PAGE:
In sum, the Freighthliner was carrying a large amount of currency wrapped in twenty to thirty bundles hidden in a location that made the currency undetectable to either x-rays or the nose of a drug-sniffing dog. The evidence also showed that even though a large amount of cash was found in Pulido’s vehicle, he failed to claim it. The amount of currency at issue is beyond that which ordinary people carry in their vehicles for legitimate business purposes. Moreover, Huerta presented no evidence concerning the origin of the currency. Even though there was no showing of when, where, or from whom the currency was acquired, the State “is not required to exclude every possible way in which the money might have been acquired.” Spurs v. State, 850 S.W.2d 611, 614 (Tex.App.-Tyler 1993, writ denied); Antrim, 868 S.W.2d at 812.

I would hold that the uncontradicted evidence of all of the circumstances taken together shows that the State established as a matter of law the $281,420 is contraband in that it was derived from or intended for use in manufacturing, delivering, selling, or possessing a controlled substance and that there is a reasonable belief that a substantial connection or nexus exists between the $281,420 and the criminal activity defined by the Texas Controlled Substances Act, e.g., possession or delivery of cocaine.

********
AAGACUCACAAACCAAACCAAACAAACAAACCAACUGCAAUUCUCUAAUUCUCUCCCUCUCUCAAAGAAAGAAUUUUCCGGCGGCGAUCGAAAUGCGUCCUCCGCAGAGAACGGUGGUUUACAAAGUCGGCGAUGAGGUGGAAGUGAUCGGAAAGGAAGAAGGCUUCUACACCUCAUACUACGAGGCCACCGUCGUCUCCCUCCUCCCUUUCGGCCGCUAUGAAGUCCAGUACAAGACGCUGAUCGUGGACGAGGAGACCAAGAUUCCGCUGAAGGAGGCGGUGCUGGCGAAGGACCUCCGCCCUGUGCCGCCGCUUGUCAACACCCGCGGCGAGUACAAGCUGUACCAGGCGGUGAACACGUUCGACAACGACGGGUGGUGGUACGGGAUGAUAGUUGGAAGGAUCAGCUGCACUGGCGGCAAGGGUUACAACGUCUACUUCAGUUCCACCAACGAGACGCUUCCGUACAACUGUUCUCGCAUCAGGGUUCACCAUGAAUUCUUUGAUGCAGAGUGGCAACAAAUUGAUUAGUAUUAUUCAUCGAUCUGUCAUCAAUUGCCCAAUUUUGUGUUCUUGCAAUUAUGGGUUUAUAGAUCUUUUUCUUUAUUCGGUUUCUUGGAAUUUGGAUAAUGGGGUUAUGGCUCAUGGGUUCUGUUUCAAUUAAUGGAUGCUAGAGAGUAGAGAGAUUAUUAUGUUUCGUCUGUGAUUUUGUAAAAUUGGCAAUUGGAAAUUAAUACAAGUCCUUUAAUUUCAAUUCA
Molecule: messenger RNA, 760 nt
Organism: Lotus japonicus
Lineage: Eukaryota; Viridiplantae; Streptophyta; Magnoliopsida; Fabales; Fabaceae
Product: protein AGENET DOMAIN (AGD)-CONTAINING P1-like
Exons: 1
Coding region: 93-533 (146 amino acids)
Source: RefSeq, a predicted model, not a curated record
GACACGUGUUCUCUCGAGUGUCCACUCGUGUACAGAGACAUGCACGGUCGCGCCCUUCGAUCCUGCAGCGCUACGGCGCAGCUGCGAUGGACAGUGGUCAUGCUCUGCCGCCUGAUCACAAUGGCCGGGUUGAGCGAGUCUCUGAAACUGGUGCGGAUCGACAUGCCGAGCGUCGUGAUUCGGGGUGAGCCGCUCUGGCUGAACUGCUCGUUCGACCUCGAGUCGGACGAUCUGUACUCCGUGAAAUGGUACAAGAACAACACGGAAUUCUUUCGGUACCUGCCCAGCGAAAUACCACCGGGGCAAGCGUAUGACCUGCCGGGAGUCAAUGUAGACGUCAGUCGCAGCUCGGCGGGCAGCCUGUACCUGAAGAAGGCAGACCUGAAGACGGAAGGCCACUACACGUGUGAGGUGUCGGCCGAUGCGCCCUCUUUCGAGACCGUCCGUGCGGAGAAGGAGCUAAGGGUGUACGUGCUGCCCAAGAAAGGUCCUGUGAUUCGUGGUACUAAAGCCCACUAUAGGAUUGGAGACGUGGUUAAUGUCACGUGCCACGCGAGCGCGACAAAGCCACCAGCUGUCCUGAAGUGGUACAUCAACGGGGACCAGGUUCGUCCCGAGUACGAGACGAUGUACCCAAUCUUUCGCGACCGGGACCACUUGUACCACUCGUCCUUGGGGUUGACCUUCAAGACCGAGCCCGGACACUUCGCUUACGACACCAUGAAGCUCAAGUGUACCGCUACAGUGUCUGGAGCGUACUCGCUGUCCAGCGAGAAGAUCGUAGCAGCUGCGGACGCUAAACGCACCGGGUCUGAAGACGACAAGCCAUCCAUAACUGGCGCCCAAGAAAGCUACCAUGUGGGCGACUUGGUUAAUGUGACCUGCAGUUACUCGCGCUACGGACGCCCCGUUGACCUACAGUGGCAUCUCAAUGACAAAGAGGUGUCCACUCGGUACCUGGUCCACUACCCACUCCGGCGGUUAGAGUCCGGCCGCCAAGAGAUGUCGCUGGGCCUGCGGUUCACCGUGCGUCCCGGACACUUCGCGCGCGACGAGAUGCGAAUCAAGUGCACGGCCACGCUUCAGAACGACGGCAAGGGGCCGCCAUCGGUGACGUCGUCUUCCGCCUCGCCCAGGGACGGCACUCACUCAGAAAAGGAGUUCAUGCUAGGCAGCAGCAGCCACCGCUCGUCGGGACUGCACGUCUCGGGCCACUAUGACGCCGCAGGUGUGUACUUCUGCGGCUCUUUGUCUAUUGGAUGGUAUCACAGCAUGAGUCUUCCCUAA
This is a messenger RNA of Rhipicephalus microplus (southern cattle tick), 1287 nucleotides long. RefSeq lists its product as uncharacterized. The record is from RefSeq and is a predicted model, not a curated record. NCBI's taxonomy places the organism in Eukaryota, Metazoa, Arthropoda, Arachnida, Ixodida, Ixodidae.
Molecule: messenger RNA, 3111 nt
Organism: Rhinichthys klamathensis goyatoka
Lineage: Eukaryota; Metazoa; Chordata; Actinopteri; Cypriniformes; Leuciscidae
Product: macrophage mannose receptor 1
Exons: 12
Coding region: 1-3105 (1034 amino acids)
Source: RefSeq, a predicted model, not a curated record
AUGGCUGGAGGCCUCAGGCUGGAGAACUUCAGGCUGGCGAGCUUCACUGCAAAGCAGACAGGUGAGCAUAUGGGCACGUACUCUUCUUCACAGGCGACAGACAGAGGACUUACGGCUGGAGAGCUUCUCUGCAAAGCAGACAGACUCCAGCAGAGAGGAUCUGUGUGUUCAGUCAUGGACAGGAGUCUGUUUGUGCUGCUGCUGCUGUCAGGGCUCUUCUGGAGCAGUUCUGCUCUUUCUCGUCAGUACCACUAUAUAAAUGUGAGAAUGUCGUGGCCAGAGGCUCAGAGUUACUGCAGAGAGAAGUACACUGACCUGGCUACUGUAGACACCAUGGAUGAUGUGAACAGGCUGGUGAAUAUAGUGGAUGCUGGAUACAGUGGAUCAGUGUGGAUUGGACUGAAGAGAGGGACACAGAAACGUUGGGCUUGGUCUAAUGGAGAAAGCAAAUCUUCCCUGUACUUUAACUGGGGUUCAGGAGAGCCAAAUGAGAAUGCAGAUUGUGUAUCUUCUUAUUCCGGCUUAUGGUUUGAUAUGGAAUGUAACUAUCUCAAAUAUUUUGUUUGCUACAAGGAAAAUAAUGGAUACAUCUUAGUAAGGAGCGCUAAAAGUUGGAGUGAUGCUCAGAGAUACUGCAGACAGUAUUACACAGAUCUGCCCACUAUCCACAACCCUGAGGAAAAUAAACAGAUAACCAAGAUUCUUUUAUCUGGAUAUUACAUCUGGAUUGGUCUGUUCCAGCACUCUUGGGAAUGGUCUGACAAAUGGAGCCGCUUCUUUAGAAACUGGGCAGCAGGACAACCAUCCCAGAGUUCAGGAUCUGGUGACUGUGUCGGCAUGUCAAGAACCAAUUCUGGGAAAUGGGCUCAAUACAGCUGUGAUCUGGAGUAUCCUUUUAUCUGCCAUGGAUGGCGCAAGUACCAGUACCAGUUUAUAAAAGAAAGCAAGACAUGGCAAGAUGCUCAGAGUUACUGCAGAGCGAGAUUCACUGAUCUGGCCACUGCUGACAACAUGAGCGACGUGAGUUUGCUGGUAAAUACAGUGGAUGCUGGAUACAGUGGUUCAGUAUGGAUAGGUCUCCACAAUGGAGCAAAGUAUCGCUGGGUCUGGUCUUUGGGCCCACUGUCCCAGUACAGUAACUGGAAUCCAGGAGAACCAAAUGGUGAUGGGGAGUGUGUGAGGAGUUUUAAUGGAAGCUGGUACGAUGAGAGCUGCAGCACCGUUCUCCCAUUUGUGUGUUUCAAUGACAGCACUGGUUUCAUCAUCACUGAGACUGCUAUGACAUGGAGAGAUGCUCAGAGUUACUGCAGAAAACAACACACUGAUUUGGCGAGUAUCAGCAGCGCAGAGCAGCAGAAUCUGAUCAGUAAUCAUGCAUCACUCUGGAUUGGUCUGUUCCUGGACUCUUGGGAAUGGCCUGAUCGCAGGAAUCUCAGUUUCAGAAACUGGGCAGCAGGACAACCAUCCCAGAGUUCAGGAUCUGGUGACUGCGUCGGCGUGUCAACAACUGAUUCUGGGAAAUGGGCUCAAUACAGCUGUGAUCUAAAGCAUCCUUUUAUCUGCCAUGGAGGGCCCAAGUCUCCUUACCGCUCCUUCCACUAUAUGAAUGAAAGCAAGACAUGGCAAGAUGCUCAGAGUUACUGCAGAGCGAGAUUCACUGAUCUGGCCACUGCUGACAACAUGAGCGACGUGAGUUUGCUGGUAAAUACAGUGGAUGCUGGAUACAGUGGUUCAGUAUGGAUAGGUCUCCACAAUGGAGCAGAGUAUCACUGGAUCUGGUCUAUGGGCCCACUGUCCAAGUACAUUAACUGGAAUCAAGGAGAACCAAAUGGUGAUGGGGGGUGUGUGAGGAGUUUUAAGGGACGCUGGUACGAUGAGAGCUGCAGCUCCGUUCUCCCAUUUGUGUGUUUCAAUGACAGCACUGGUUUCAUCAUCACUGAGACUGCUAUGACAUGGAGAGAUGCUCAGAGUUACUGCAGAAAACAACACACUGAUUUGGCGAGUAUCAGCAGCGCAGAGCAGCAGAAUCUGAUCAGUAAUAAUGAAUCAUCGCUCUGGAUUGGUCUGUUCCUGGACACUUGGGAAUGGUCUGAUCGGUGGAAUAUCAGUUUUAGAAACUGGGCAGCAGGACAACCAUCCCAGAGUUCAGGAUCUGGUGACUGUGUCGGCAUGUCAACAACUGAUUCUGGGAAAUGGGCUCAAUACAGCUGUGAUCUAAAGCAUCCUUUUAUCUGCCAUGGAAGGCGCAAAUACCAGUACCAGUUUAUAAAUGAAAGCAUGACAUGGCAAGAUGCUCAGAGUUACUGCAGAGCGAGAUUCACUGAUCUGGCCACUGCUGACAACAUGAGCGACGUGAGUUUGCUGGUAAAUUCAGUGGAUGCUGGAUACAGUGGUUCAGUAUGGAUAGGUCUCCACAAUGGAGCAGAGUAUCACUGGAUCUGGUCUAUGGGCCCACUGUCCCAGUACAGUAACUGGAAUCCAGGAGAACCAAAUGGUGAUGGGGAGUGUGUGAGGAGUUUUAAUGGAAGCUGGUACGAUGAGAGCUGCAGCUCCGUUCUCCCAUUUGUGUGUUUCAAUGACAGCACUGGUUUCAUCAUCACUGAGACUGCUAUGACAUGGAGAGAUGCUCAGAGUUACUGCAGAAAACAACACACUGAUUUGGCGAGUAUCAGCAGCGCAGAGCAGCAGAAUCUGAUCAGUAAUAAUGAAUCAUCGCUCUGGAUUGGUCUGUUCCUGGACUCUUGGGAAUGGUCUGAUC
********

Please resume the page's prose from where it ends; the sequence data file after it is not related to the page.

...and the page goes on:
I would overrule Huerta’s second issue and affirm the trial court’s judgment.

[1] This question asked the jury, “What amount of money should be awarded to the intervener (Write in a figure between $0.00 and $281,420.00).”
[2] TEX. CONST. art. 1, § 9.
[3] See $24,180.00 v. State, 865 S.W.2d 181, 184
(Tex.App.-Corpus Christi 1993, writ denied) (evidence that money wrapped in small bundles signifies it was used in drug deal).
[4] See Antrim v. State, 868 S.W.2d 809, 814
(Tex.App.-Austin 1993, no writ).
[5] See id.
[6] Huerta’s search of the Freightliner raises the issue of whether a bailee may search the bailed property without the owner’s consent and then claim whatever he or she finds inside the bailed property.